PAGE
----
Agency related governance in the blockchain takes place without intermediaries, counterparty risk, or principal’s control mechanisms. Blockchain technology simply does not require the layers of control and verification that prior financial systems necessitated. Control mechanisms such as regular management meetings with shareholders, financial disclosures, the scrutiny of analysts and the financial press, and pressure on management from stock performance and investors, are no longer part of the blockchain enabled agency relationship in corporate governance.
Blockchain technology substantially increases the efficiency of agency relationships and lowers agency costs. The removal of the need for monitoring agents, audit requirements, disclosure regimes, market pressure, executive-agent compensation schemes, and other checks and balances in corporate governance, provides a qualitative shift in efficiency in the agency relationship and in corporate governance overall.
Self-validating blockchain transactions can help resolve the agency issues between most of the stakeholders and constituents of modern corporations. In addition to addressing the traditional agency problem in corporate governance between shareholder-principals and manager-agents, blockchain-enabled smart contracts allow for the public and fully transparent, secure, and completely networked exchange between the corporation and customers, owners and investors, other stakeholders, staff, regulators, strategic partners, suppliers, and service providers.
Removal of Agents
Blockchain technology can facilitate the removal of agents as intermediaries in corporate governance through code, peer-to-peer connectivity, crowds, and collaboration. While it is still difficult to imagine a world without governance structures facilitated by agency constructs, Decentralized Autonomous Organizations (DAOs) have started to challenge the core belief that governance necessitates agency.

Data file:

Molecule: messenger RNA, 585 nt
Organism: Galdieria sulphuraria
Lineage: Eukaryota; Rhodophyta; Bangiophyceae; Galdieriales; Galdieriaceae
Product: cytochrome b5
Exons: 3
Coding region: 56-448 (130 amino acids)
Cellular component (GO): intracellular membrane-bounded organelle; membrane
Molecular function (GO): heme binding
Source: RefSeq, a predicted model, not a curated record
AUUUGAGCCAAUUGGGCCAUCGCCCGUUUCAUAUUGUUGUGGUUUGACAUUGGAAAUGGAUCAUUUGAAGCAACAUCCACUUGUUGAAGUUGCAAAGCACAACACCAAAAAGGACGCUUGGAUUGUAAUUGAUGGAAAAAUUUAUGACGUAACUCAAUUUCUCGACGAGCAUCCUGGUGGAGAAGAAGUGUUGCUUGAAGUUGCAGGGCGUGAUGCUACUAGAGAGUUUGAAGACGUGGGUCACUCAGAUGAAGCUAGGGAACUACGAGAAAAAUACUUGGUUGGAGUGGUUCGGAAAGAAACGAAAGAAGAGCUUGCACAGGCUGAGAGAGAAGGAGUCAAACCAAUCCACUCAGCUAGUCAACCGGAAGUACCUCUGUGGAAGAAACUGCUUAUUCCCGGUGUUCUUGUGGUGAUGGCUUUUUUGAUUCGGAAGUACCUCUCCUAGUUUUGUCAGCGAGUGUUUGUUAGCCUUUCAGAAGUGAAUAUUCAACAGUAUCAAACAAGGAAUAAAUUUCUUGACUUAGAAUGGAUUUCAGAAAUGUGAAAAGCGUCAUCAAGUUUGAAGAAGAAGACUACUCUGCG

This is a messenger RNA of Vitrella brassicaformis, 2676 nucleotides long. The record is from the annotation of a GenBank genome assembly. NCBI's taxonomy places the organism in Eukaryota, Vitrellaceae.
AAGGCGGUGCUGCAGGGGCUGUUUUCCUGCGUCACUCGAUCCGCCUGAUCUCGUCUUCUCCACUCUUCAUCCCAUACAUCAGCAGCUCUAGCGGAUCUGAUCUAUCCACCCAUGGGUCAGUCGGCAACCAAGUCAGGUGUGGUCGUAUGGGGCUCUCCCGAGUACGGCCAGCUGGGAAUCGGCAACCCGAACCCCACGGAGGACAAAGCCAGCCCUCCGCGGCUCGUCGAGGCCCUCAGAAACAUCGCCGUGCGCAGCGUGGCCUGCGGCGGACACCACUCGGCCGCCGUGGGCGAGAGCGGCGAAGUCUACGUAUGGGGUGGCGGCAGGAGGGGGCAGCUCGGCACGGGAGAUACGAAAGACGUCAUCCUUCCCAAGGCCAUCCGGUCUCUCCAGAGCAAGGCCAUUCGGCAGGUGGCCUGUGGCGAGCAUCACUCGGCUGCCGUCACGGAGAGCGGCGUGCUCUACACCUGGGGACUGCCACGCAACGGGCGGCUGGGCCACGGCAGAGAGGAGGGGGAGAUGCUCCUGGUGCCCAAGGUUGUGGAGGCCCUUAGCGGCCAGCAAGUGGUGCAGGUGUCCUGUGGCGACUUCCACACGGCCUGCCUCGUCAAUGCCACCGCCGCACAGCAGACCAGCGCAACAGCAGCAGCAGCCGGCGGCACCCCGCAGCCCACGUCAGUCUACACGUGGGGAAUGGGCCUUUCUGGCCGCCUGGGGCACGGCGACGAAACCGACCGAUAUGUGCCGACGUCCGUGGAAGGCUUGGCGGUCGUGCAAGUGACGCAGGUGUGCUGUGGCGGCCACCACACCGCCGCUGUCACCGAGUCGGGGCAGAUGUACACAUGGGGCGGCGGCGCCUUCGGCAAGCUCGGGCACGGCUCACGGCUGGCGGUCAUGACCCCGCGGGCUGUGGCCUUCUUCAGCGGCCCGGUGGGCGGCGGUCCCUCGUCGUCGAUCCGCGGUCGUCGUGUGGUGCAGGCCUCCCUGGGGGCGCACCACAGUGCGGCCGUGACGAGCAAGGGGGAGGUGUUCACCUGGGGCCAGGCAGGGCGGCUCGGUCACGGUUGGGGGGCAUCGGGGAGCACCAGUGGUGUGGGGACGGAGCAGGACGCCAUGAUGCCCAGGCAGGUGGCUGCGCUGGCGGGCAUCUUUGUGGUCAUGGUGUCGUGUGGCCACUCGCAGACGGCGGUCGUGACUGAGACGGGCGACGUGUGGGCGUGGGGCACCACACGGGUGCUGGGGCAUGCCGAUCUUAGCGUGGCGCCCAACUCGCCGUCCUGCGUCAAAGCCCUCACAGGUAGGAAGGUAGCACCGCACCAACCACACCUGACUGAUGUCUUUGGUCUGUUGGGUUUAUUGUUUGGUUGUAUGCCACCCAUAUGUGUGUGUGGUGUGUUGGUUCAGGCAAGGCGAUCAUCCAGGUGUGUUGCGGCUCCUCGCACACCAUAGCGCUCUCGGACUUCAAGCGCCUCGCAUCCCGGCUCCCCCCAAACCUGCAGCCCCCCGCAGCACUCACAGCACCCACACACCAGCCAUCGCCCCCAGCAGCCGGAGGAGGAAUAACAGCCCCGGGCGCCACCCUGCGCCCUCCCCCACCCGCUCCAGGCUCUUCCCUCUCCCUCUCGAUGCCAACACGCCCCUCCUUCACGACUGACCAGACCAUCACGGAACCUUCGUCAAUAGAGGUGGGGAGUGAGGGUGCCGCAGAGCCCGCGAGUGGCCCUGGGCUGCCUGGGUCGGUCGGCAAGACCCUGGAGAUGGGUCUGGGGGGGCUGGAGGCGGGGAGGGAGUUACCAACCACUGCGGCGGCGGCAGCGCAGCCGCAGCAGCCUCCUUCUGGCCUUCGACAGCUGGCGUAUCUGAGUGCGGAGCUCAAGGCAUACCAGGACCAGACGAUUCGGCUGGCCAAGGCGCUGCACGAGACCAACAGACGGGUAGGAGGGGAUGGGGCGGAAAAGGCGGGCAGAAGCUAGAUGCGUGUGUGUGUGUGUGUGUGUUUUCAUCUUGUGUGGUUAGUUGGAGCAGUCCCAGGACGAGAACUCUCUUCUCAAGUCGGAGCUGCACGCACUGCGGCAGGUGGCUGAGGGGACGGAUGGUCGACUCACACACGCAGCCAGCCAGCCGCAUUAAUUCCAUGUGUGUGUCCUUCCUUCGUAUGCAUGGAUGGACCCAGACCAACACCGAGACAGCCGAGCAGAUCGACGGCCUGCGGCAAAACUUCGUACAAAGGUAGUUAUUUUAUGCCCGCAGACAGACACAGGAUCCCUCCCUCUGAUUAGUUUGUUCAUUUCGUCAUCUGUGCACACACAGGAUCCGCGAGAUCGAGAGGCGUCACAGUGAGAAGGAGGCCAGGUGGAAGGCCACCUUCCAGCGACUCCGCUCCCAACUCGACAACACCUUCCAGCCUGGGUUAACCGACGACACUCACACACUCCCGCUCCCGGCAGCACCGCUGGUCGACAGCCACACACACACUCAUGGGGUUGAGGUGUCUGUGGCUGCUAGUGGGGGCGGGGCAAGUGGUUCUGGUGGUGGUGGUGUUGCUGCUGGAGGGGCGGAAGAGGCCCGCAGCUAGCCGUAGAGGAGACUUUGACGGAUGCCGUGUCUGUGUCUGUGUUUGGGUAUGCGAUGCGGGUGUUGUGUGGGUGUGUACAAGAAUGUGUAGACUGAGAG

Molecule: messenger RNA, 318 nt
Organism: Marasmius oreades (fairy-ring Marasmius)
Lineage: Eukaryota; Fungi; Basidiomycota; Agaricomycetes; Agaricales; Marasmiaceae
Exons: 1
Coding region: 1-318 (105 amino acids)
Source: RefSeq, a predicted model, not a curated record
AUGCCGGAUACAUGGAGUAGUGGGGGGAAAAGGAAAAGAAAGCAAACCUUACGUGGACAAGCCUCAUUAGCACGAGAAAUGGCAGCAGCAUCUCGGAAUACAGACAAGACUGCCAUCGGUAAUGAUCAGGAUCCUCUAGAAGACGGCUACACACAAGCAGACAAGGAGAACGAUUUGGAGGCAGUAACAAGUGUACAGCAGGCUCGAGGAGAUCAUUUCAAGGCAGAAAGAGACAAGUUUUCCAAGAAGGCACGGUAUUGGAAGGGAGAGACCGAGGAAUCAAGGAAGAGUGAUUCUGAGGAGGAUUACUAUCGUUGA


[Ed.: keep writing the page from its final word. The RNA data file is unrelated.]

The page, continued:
The first DAO, launched in May 2016 as an attempt to set up a corporate-type organization without using a conventional corporate structure, had a governance structure that was entirely built on software, code, and smart contracts that ran on the public decentralized blockchain platform Ethereum. Because it was computer code, it had no physical address or jurisdiction over which authorties could claim control, and it was not an organization with the hierarchy of traditional corporate structures. The DAO had no directors, managers, or employees. In essence, all the core control mechanisms typically employed by principals in agency relationships were entirely absent in the DAO.
 Jensen & Meckling, supra note 1.
This post comes to us from Professor Wulf Kaal at the University of St. Thomas School of Law. It is based on his recent article, “Blockchain Solutions for Agency Problems in Corporate Governance,” available here.